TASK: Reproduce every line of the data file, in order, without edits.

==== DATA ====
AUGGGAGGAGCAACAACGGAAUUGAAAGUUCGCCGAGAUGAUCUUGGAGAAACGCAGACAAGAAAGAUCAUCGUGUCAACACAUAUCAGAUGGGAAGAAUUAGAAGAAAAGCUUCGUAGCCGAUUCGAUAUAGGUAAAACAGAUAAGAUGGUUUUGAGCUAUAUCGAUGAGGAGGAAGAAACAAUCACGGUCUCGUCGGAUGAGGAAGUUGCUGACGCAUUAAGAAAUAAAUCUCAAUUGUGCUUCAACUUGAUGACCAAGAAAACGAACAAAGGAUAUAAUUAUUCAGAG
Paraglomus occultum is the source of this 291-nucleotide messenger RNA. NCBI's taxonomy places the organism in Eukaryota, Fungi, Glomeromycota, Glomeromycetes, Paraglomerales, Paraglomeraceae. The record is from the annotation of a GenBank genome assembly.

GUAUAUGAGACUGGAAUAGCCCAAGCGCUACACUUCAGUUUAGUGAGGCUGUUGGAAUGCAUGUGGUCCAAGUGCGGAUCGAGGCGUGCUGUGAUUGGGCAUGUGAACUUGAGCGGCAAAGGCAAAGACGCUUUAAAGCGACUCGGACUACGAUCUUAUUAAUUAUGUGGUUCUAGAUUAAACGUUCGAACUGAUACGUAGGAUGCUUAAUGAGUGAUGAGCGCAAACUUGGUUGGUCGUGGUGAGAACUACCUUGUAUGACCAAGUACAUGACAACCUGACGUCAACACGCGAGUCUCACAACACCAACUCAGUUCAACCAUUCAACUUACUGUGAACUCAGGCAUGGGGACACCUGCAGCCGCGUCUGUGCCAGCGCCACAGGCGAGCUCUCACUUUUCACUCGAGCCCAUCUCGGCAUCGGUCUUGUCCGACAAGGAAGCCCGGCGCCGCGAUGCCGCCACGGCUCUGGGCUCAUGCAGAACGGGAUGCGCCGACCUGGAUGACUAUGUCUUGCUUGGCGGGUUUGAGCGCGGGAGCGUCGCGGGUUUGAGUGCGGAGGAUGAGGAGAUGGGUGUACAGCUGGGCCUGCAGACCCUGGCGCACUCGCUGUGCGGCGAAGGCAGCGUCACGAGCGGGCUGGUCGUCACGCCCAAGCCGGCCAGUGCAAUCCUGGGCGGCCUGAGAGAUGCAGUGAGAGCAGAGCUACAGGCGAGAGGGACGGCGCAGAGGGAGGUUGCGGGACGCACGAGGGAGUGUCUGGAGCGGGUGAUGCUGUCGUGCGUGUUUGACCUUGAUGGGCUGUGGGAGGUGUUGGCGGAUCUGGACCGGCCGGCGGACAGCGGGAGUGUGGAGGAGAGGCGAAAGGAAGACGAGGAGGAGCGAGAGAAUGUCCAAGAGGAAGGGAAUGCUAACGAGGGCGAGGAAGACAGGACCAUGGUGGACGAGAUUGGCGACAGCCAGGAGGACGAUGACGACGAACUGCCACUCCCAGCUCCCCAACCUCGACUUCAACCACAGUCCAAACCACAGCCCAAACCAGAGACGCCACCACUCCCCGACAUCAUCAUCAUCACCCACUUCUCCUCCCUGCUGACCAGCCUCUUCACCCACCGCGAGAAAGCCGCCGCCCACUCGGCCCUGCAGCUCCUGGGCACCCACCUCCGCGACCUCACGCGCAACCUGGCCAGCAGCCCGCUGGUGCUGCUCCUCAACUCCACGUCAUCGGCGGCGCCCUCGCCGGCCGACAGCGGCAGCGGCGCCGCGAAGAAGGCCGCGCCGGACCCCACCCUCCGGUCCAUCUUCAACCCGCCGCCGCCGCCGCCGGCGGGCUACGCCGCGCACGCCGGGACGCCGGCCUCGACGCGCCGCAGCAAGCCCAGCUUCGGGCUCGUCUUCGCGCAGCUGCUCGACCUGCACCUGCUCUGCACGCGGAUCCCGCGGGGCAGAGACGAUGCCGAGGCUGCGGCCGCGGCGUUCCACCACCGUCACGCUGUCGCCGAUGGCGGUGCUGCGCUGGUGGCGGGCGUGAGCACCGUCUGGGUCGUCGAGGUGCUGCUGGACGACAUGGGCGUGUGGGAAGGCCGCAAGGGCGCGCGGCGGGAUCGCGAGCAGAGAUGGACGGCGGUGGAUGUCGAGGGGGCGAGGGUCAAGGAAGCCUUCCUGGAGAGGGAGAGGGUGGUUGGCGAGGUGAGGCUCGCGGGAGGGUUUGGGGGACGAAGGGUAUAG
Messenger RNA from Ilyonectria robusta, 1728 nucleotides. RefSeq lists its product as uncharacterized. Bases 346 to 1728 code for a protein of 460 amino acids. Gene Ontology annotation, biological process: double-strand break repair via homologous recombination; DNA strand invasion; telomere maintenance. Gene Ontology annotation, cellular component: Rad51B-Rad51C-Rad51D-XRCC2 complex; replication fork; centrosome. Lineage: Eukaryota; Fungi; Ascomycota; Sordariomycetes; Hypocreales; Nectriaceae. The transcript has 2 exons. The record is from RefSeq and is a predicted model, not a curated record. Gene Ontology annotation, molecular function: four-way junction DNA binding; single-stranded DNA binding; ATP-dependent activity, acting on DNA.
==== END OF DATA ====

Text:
AUGGGAGGAGCAACAACGGAAUUGAAAGUUCGCCGAGAUGAUCUUGGAGAAACGCAGACAAGAAAGAUCAUCGUGUCAACACAUAUCAGAUGGGAAGAAUUAGAAGAAAAGCUUCGUAGCCGAUUCGAUAUAGGUAAAACAGAUAAGAUGGUUUUGAGCUAUAUCGAUGAGGAGGAAGAAACAAUCACGGUCUCGUCGGAUGAGGAAGUUGCUGACGCAUUAAGAAAUAAAUCUCAAUUGUGCUUCAACUUGAUGACCAAGAAAACGAACAAAGGAUAUAAUUAUUCAGAG
Paraglomus occultum is the source of this 291-nucleotide messenger RNA. NCBI's taxonomy places the organism in Eukaryota, Fungi, Glomeromycota, Glomeromycetes, Paraglomerales, Paraglomeraceae. The record is from the annotation of a GenBank genome assembly.

GUAUAUGAGACUGGAAUAGCCCAAGCGCUACACUUCAGUUUAGUGAGGCUGUUGGAAUGCAUGUGGUCCAAGUGCGGAUCGAGGCGUGCUGUGAUUGGGCAUGUGAACUUGAGCGGCAAAGGCAAAGACGCUUUAAAGCGACUCGGACUACGAUCUUAUUAAUUAUGUGGUUCUAGAUUAAACGUUCGAACUGAUACGUAGGAUGCUUAAUGAGUGAUGAGCGCAAACUUGGUUGGUCGUGGUGAGAACUACCUUGUAUGACCAAGUACAUGACAACCUGACGUCAACACGCGAGUCUCACAACACCAACUCAGUUCAACCAUUCAACUUACUGUGAACUCAGGCAUGGGGACACCUGCAGCCGCGUCUGUGCCAGCGCCACAGGCGAGCUCUCACUUUUCACUCGAGCCCAUCUCGGCAUCGGUCUUGUCCGACAAGGAAGCCCGGCGCCGCGAUGCCGCCACGGCUCUGGGCUCAUGCAGAACGGGAUGCGCCGACCUGGAUGACUAUGUCUUGCUUGGCGGGUUUGAGCGCGGGAGCGUCGCGGGUUUGAGUGCGGAGGAUGAGGAGAUGGGUGUACAGCUGGGCCUGCAGACCCUGGCGCACUCGCUGUGCGGCGAAGGCAGCGUCACGAGCGGGCUGGUCGUCACGCCCAAGCCGGCCAGUGCAAUCCUGGGCGGCCUGAGAGAUGCAGUGAGAGCAGAGCUACAGGCGAGAGGGACGGCGCAGAGGGAGGUUGCGGGACGCACGAGGGAGUGUCUGGAGCGGGUGAUGCUGUCGUGCGUGUUUGACCUUGAUGGGCUGUGGGAGGUGUUGGCGGAUCUGGACCGGCCGGCGGACAGCGGGAGUGUGGAGGAGAGGCGAAAGGAAGACGAGGAGGAGCGAGAGAAUGUCCAAGAGGAAGGGAAUGCUAACGAGGGCGAGGAAGACAGGACCAUGGUGGACGAGAUUGGCGACAGCCAGGAGGACGAUGACGACGAACUGCCACUCCCAGCUCCCCAACCUCGACUUCAACCACAGUCCAAACCACAGCCCAAACCAGAGACGCCACCACUCCCCGACAUCAUCAUCAUCACCCACUUCUCCUCCCUGCUGACCAGCCUCUUCACCCACCGCGAGAAAGCCGCCGCCCACUCGGCCCUGCAGCUCCUGGGCACCCACCUCCGCGACCUCACGCGCAACCUGGCCAGCAGCCCGCUGGUGCUGCUCCUCAACUCCACGUCAUCGGCGGCGCCCUCGCCGGCCGACAGCGGCAGCGGCGCCGCGAAGAAGGCCGCGCCGGACCCCACCCUCCGGUCCAUCUUCAACCCGCCGCCGCCGCCGCCGGCGGGCUACGCCGCGCACGCCGGGACGCCGGCCUCGACGCGCCGCAGCAAGCCCAGCUUCGGGCUCGUCUUCGCGCAGCUGCUCGACCUGCACCUGCUCUGCACGCGGAUCCCGCGGGGCAGAGACGAUGCCGAGGCUGCGGCCGCGGCGUUCCACCACCGUCACGCUGUCGCCGAUGGCGGUGCUGCGCUGGUGGCGGGCGUGAGCACCGUCUGGGUCGUCGAGGUGCUGCUGGACGACAUGGGCGUGUGGGAAGGCCGCAAGGGCGCGCGGCGGGAUCGCGAGCAGAGAUGGACGGCGGUGGAUGUCGAGGGGGCGAGGGUCAAGGAAGCCUUCCUGGAGAGGGAGAGGGUGGUUGGCGAGGUGAGGCUCGCGGGAGGGUUUGGGGGACGAAGGGUAUAG
Messenger RNA from Ilyonectria robusta, 1728 nucleotides. RefSeq lists its product as uncharacterized. Bases 346 to 1728 code for a protein of 460 amino acids. Gene Ontology annotation, biological process: double-strand break repair via homologous recombination; DNA strand invasion; telomere maintenance. Gene Ontology annotation, cellular component: Rad51B-Rad51C-Rad51D-XRCC2 complex; replication fork; centrosome. Lineage: Eukaryota; Fungi; Ascomycota; Sordariomycetes; Hypocreales; Nectriaceae. The transcript has 2 exons. The record is from RefSeq and is a predicted model, not a curated record. Gene Ontology annotation, molecular function: four-way junction DNA binding; single-stranded DNA binding; ATP-dependent activity, acting on DNA.